May 18, 2015 Blogroll No Comments

Recycling our electronics is very important due to the hazard they pose to us and our environment, however, sometimes the recycling of these items may be difficult and hazardous itself. The average CRT monitor for example contains anywhere from five to seven pounds of lead, while a television could contain much more. Lead, as you may already know, can cause many adverse human health effects and exposure to large amounts of it could be very dangerous. For these reasons CRT monitors and TVs need to be disposed of responsibly and properly, sometimes this may mean a fee is included but it is for the good reasons mentioned. Proper disposal is a necessity and mandated by the EPA.

Handling your electronics and recycling them is not an easy task. There’s a lot that goes into these processes that you don’t see when you drop them off. The EPA has created standards for CRT and CRT glass recycling. The standards are set in place to increase the collection and recycling of these, while reducing the lead in landfills. The regulations also define when they are and are not considered “hazardous waste.” CRT TV or monitors that are used and unbroken are not considered hazardous waste unless they are stored for more than a year because the risk of exposure to lead from an unbroken CRT is very low. The regulations for broken and used CRTs are different but are not considered hazardous waste as long as certain conditions are met, they are as follows; CRT containers are clearly labeled regarding contents, CRTs are safely transported in containers designed to minimize releases, CRTs are stored in a building or container designed to minimize releases, and CRTs are stored on site less than one year before recycling them.

The typical CRT is made up anywhere from fifteen to ninety pounds of glass, this Is designed to protect users from the radiation of the electron gun and electron beam, it is found in four different components of a CRT. The panel glass is the first, it accounts for two-thirds of the CRTs weight and could contain either lead or barium. The funnel glass is second, it is wear most of the lead is housed. Third is the neck glass, this surrounds the electron gun and also contains traces of lead. Last is the solder glass that seals a CRT which is eighty-five percent lead.

TV’s and monitors that contain CRT glass need to be safely disassembled and safely transported to a lead smelter where the lead can then be safely recovered. The CRT is not only dangerous to the environment, but also the people, this does not exclude the people who handle it for recycling purposes. The labor, transportation and the actual cost of recycling the leaded glass may usually result in a small fee to recycle these items. This can assure you that your CRT will be properly handled and disposed of as safe as possible. Although it may seem unfair to pay someone to recycle your items, it in fact is a good thing that ensures you about the safety of our recycling.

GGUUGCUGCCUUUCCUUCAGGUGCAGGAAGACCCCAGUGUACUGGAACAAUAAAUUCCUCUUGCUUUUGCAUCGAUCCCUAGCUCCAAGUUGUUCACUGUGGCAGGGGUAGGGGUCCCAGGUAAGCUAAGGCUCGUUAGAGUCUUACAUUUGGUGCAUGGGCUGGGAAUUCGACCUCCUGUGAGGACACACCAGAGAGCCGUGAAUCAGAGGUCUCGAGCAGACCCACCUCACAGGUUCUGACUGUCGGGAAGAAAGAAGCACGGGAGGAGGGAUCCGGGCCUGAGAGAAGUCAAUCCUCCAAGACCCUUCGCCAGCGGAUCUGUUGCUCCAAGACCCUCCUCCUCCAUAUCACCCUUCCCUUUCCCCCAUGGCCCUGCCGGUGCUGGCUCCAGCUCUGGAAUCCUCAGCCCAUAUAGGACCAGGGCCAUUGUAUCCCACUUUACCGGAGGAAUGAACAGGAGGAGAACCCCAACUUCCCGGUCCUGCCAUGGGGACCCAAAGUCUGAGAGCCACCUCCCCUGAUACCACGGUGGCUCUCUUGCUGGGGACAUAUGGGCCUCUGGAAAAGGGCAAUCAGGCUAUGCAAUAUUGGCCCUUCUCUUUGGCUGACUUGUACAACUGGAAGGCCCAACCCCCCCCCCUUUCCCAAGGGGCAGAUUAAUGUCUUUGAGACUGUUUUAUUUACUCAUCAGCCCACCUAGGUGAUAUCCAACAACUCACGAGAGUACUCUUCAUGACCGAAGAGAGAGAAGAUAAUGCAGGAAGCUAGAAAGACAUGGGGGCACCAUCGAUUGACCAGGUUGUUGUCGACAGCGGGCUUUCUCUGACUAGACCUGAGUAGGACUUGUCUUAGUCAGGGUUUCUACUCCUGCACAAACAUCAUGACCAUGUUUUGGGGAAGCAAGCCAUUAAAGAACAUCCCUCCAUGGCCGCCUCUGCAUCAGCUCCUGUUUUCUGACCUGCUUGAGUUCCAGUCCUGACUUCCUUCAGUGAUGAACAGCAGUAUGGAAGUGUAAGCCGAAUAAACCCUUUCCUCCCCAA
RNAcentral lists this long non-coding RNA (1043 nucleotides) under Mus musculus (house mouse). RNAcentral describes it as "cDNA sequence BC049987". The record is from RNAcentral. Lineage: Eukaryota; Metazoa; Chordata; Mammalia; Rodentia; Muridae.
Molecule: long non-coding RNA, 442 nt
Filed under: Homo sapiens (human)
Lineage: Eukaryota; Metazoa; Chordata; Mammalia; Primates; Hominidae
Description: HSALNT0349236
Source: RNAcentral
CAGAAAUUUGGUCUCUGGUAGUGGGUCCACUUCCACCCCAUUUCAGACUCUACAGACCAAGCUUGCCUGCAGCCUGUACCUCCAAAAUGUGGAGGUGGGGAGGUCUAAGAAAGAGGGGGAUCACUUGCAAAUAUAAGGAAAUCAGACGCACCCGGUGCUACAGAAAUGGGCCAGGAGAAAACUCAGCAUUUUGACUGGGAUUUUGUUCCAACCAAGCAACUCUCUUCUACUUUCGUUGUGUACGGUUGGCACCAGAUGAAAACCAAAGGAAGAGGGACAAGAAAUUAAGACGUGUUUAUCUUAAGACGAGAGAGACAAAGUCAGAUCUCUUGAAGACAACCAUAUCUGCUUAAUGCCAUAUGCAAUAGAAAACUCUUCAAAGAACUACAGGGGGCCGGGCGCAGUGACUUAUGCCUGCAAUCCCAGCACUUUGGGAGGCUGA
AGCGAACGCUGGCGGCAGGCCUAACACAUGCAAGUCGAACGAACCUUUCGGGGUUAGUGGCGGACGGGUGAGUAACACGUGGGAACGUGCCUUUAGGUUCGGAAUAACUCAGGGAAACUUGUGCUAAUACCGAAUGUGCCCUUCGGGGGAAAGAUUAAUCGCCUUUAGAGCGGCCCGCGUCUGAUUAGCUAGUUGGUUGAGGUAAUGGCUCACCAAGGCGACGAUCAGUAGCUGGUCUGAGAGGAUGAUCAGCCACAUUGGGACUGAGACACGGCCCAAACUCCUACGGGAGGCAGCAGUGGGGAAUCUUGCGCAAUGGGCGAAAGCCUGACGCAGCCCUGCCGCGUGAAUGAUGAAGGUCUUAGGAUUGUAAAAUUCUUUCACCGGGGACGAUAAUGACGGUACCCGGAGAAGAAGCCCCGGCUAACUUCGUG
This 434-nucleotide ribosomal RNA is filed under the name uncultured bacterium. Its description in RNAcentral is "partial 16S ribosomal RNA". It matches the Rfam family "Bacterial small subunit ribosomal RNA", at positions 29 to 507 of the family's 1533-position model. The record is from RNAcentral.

CRTs televisions and the computer monitors are no longer of any need to have in our homes. They aren’t a part of our daily life anymore and therefore aren’t manufactured as much as they used to be. LCD monitors and TVs are what everyone wants now, nearly everyone has swapped their old, bulky, heavy CRT TVs for flat lightweight energy efficient LCD screens. This has created a big environmental need for a better way to manage, handle and dispose of all this CRT glass and electronics. Before the craze of flat screens started, Cathode Ray Tubes (CRT) displays were used to make our TVs and computer monitors. In these times very few are made and used because of the high demand manufacturers have to make flat screens. This is a good and bad thing. It is good because CRT TVs and monitors contain lead, which is hazardous, and the fact that there is no longer a demand for them leaves it undesired. However, when your CRT TV or monitor is of longer any use to you, it is most likely thrown away, which is what we do not want in our landfills. Although there aren’t laws everywhere regarding the disposal of our CRTs we ask that you please dispose of these responsibly, it is our responsibility to be good to our planet. The next time you find yourself with a CRT in need of disposal contact us and we can assure you it will not end up polluting our landfills with its poisons.

Written by Caleb